Basically they figured out that it was the internet with its mass of online texts and digital sounds that taught computers how to read and understand sounds (Siri), so they networked a bunch of processors(16,000), and set them loose on YouTube. The machines ran for over a week and “looked” at millions of images. The results? The network taught itself to recognize cats. Why cats? Have you ever seen how man cat videos there are on YouTube? Now taken out of perspective it doesn’t sound all that impressive, but it’s a huge improvement over anything else that has come along. So, to make a long article less long, how does this affect us? One thing the article mentions is Medicine. According to the author coupled with advanced diagnostic programs that are already being developed, doctors may be out of the job. What other ways do you guys think this could be used? Should it be used, computers have been known to have errors? How will it affect us if/when computers are literally able to do everything we can, and do it better?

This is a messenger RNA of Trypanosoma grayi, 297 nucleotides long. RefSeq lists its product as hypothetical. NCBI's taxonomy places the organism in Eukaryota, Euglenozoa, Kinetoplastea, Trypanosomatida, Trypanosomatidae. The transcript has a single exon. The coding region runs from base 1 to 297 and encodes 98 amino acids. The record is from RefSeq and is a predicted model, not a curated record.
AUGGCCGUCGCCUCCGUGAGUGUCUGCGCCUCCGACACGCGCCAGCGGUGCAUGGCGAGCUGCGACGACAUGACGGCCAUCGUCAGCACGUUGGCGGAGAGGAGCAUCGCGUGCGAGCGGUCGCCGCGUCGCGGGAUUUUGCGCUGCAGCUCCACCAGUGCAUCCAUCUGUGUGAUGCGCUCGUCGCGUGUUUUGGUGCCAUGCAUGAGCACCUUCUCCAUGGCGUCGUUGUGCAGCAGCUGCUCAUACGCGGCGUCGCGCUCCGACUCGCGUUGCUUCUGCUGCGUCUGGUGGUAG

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7 responses to “Teaching Your Computer to See

  1. Computers may have better vision and, once programmed to follow all the driving laws, they may be better at actually following the laws. However, I seriously doubt that computers are ever going to achieve our ability to make judgments. When driving, we make constant judgments about what other drivers are doing and what we need to do in response to avoid accidents. Because other drivers are unpredictable, I’m not sure a computer could learn to understand their often-horrible choices as we can.